June 14, 2024
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Minimize Fish Consumption – Health Expert Advises Pregnant Women

The Dean of the School of Public Health, Univer­sity of Ghana, Professor Richmond Aryeetey, has cautioned against the consumption of bigger fish, especially by pregnant women.

According to him, mercury washed into water bodies by illegal mining activities are picked up by fish and seafood and, when eaten by pregnant women, affects the intellectual make-up of fetuses.

“Currently, there is no policy related to fish and mercury but there is evidence that when small fish consume methyl mercury, they get eaten by bigger fishes which accumulates a lot more mercury. Because of that I will say if you are a pregnant woman, eat smaller fishes,” he said.

Professor Aryeetey gave this caution at the 6th Biennial Lecture of the College of Health Sciences of the University of Ghana in Accra on Friday.

Illegal mining activities, Profes­sor Aryeetey stated, releases toxic chemicals into water bodies which exposes not only the miners but their immediate communities to functional impairment or disability.

“Heavy metals produced when the earth is excavated during mining affects different parts of the body like the nerve, lung, skin, kidney, brain and the reproductive organs, increasing the public risk to hypertension, heart attack, and kidney failures.”

About 81 tonnes of mercury, he revealed, was released into the environment annually through amalgamation and burning of amalgam.

These high levels of mercury released into the environment without any containment efforts, Professor Aryeetey said was wor­rying as children were at higher risk of nervous effects.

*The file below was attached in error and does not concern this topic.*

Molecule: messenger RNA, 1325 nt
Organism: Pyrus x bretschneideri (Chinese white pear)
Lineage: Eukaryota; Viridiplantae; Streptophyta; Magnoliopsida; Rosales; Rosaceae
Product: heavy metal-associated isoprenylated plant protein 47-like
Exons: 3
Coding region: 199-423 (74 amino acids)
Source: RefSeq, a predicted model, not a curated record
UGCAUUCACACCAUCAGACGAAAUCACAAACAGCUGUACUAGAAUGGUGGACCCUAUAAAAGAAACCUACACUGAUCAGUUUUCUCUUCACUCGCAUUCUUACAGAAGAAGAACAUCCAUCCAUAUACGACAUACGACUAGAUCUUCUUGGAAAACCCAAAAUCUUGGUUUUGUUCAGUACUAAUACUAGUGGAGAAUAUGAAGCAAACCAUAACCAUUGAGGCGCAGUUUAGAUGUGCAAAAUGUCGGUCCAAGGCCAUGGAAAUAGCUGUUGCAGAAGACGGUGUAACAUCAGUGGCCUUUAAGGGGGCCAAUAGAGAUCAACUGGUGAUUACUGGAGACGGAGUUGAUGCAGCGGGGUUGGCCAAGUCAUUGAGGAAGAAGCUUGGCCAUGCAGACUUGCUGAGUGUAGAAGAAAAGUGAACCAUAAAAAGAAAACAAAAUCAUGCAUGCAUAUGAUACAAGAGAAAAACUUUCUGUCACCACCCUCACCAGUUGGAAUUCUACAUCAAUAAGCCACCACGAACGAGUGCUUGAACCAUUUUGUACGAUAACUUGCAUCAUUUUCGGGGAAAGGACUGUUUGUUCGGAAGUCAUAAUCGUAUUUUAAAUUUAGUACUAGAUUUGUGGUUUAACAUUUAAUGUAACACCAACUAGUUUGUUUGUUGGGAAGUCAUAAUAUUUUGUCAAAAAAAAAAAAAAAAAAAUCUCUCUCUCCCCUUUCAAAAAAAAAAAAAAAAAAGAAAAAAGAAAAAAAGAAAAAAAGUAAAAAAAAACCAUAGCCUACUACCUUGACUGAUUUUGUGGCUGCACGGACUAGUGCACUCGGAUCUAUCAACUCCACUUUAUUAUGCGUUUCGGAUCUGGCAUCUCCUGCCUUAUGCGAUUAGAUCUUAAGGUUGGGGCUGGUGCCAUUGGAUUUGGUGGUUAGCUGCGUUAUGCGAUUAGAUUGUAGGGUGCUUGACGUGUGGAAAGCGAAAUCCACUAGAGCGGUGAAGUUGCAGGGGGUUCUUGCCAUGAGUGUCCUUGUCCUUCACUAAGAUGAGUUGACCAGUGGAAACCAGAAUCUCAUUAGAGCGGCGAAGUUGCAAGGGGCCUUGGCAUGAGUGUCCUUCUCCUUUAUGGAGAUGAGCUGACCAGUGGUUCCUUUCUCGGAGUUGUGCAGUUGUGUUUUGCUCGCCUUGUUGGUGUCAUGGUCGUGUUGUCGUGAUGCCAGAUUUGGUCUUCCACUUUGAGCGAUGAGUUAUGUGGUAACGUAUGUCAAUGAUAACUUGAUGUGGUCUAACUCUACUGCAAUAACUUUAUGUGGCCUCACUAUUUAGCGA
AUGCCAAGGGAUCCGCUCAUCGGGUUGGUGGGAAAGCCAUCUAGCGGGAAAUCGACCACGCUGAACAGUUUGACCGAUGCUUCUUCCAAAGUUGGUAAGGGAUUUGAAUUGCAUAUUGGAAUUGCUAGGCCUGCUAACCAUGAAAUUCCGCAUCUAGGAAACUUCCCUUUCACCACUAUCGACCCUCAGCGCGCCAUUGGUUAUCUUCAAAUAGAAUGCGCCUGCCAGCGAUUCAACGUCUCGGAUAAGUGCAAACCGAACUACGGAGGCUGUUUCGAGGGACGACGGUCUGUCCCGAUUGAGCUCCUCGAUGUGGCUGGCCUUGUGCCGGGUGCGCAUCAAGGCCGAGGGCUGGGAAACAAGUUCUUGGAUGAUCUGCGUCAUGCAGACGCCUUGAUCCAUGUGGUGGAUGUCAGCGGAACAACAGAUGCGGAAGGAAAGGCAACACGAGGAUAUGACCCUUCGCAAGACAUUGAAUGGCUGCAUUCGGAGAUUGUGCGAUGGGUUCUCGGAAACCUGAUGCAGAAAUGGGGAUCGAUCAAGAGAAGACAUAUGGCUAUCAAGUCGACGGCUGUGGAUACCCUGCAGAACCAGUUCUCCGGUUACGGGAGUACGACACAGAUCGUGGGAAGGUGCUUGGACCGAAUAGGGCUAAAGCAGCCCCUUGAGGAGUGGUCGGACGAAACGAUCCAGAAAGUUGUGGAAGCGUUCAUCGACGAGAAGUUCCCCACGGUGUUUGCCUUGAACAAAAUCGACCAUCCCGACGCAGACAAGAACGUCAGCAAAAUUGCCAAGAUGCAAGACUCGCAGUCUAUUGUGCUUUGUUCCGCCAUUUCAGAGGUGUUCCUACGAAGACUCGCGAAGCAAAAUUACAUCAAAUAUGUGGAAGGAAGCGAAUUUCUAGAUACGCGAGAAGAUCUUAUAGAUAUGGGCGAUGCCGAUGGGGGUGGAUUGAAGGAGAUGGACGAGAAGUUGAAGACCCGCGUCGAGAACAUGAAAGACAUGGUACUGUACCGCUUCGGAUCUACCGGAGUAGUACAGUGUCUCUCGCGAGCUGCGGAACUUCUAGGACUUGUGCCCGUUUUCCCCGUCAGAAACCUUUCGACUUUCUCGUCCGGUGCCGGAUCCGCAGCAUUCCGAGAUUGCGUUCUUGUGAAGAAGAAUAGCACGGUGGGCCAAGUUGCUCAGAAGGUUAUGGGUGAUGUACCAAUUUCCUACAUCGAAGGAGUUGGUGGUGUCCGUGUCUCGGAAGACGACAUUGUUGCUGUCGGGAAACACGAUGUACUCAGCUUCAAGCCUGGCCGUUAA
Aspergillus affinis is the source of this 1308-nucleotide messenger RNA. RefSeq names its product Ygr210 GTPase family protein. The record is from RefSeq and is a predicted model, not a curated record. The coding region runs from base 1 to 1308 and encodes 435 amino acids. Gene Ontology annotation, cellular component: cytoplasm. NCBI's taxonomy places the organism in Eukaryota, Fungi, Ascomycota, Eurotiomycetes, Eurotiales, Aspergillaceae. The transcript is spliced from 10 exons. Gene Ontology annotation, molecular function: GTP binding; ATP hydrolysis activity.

To this end, he said Ghana needed a policy on food contami­nation by mercury and hard metals to address the high concentra­tion of hazardous substances in water and food.

Developing such a policy would be in ac­cordance with the Minanata Con­vention which seeks to limit human exposure to mercury to protect human health and the environment from hazardous substances, he said.

The exposure to mercury in West Africa, Professor Aryeetey said was reducing the quality of life of the people with estimated 3.3 to 6.5 million people suffering from chronic metallic vapour intoxica­tion.

Non Communicable Diseases (NCDs) including mercury induced ones, he said were on the rise with estimated 41 million deaths annual­ly accounting for 74 per cent of all deaths globally.

“We need to find ways to ad­dress NCDs and if “galamsey” is going to contribute to that, then this is going to make matters more challenging,” he cautioned.

Professor Aryeetey advocated alternative livelihoods for illegal miners for their activities put everybody at risk as he charged the powers that be to take a strong stand against the menace to reduce its effect on citizens to the barest minimum.

Source: Ghanaian Times

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